One of the biggest innovations in tripod design was the use of carbon fibre instead of metal. Carbon fibre used to be restricted to high-end tripods, but the price-point has been steadily falling over the years and they're now within the financial range of pretty much all photographers. All of which brings us along to the BA225 from K&F - a lightweight carbon fibre tripod released recently at an extremely competitive ticket-price.
The BA225 is a well designed tripod that concentrates on the essentials instead of pointless flashiness. Principle amongst these essentials is the tripod's weight - a mere 1.02kg. I already own a couple of carbon fibre tripods so I'm used to the weight savings that carbon makes possible, but the BA225 still caused me to raise my eyebrows the first time I picked it up. It's the sort of tripod you could strap to your bag and completely forget that it's there.
Don't be fooled by the lightweight design however, this is a really well put together tripod, with machined aluminium for the load-bearing parts, the main joints and the ball-head. It's a rugged design - one that's designed to be used, not just looked at - and which features a surprisingly versatile construction.
The legs are extended using the spiral 'twist' type of locking system. I have these on my current main tripod (a carbon fibre MePhoto Roadtrip travel tripod) and I found that they slip when wet. I had no such problems with the locking system on this tripod and experienced none of the sudden disappearing leg sections which bedevilled the MePhoto and which caused me several heart-in-mouth moments. You need to be able to trust your kit and whatever locking design K&F are using, it works well and locks securely. On the subject of the twist-lock system, it has its advantages and disadvantages - but it's certainly no quicker than the traditional clip style.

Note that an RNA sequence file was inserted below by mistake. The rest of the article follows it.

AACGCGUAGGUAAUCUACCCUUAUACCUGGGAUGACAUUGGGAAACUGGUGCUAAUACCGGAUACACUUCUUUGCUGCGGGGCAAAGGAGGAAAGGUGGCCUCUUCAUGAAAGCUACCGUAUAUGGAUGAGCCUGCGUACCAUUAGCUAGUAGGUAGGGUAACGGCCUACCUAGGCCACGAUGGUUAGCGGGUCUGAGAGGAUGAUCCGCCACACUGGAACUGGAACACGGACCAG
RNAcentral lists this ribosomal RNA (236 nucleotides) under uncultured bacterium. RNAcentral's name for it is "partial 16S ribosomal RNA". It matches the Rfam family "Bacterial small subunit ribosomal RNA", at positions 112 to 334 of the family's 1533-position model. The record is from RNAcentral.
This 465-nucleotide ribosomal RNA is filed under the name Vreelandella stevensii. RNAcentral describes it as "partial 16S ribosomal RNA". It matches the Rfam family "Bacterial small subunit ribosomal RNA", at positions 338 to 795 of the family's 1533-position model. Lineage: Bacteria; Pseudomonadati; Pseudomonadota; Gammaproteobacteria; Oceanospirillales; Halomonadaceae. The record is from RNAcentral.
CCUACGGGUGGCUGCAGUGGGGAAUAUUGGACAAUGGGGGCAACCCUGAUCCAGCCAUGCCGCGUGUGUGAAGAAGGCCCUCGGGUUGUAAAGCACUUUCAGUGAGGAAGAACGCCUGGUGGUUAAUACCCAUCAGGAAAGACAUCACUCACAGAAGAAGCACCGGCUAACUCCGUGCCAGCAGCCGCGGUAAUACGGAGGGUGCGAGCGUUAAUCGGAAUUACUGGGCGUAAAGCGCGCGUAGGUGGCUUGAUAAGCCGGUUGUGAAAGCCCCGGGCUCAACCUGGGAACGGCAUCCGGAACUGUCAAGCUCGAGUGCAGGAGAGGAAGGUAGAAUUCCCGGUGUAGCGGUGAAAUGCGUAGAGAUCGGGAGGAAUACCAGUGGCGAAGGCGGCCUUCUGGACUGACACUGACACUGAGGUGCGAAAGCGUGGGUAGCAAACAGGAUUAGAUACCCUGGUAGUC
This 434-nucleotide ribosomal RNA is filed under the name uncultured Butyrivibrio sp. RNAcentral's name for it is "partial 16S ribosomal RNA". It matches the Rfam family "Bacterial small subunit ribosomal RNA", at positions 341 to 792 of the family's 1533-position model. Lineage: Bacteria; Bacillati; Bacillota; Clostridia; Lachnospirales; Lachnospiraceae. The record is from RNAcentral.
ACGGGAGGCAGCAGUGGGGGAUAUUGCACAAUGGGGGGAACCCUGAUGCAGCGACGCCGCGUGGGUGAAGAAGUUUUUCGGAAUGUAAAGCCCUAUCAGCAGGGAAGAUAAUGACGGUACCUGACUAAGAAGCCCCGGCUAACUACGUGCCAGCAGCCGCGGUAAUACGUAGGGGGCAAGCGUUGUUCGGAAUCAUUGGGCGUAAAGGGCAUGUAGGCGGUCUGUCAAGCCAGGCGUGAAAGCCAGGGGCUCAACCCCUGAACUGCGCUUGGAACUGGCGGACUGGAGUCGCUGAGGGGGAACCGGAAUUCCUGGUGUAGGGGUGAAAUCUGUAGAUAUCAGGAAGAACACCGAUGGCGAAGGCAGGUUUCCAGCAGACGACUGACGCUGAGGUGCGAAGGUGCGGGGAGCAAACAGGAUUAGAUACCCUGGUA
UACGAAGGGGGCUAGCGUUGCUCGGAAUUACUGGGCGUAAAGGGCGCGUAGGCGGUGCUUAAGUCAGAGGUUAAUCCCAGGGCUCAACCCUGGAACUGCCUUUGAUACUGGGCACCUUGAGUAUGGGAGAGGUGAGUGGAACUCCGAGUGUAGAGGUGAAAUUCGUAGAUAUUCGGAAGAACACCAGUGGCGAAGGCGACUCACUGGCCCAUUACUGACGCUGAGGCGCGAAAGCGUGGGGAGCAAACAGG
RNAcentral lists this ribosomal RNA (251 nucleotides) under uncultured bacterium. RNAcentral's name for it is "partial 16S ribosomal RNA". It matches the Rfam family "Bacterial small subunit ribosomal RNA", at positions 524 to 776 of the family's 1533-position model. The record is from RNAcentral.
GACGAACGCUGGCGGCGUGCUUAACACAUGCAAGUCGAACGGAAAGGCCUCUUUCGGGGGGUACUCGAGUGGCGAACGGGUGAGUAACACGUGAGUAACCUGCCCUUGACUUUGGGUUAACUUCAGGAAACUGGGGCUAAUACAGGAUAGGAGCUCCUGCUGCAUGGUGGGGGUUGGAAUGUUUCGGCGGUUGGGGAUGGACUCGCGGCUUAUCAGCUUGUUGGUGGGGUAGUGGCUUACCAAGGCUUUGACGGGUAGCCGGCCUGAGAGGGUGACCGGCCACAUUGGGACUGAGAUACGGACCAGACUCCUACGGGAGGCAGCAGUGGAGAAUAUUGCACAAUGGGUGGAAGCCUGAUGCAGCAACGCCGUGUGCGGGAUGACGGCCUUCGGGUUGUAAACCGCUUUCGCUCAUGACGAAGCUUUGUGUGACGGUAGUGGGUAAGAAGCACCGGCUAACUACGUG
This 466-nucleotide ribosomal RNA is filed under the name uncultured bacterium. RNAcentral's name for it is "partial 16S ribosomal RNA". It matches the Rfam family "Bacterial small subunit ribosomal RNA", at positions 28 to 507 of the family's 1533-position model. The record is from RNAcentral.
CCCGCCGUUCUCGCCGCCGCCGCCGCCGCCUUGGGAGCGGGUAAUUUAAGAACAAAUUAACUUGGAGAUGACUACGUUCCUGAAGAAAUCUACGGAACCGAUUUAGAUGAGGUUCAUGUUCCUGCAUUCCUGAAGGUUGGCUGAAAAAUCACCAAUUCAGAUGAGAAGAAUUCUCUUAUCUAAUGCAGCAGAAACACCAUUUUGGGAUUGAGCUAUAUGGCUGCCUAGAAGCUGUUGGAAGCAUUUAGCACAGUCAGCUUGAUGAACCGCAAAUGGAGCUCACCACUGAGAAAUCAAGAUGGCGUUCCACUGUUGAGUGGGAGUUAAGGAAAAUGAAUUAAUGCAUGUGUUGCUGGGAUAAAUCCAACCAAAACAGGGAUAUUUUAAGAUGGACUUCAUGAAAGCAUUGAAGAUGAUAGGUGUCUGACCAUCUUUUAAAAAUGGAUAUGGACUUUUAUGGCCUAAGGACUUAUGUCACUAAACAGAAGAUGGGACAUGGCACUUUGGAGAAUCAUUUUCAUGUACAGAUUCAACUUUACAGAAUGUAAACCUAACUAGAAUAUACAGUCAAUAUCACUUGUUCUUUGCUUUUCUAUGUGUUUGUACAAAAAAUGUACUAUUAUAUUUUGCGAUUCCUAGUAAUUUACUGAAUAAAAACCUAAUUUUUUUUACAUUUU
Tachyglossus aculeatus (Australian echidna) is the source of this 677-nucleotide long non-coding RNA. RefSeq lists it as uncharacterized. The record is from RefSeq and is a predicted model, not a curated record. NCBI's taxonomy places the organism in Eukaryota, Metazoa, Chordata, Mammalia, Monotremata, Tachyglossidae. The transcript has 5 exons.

In terms of sizing - the tripod's only 35cm when fully folded up, but can stretch out to a maximum height of 153cm with the central post fully extended. Thanks to the graduated angle adjustment buckles, you can also use the tripod at very low angles while safely locking the legs off. The tripod-ends seem to have been designed with this in mind as they have a bezelled finish that sits well on rough surfaces.
The ball-head on the tripod is a standard Arca Swiss design secured by a screw-in clamp. There's a spirit level built into the base plate and a rotatable 360º design to assist with panoramic photos. The little twist-lock for the tripod head holds position well, but you can of course swap out the head if you wish as it's attached using the standard ¼" screw. Amongst the tripod's other features are a detachable leg to convert to a monopod and a hook on the base for hanging weights for additional stability in high winds.
At $132AUD, the BA225 is a compelling option for anyone in need of a lightweight and fuss-free tripod. It might not have the snob-appeal of something like a Gitzo to a label-conscious photographer, but some of us buy camera equipment to use it, not to stress about every little mark and blemish on it. This rugged little tripod is designed to be put through its paces and you won't stress about getting a bit of saltwater on it like you would with a $1000 tripod. There are no performance issues with this tripod and no corners have been cut - it's just a great basic little tripod at a great price.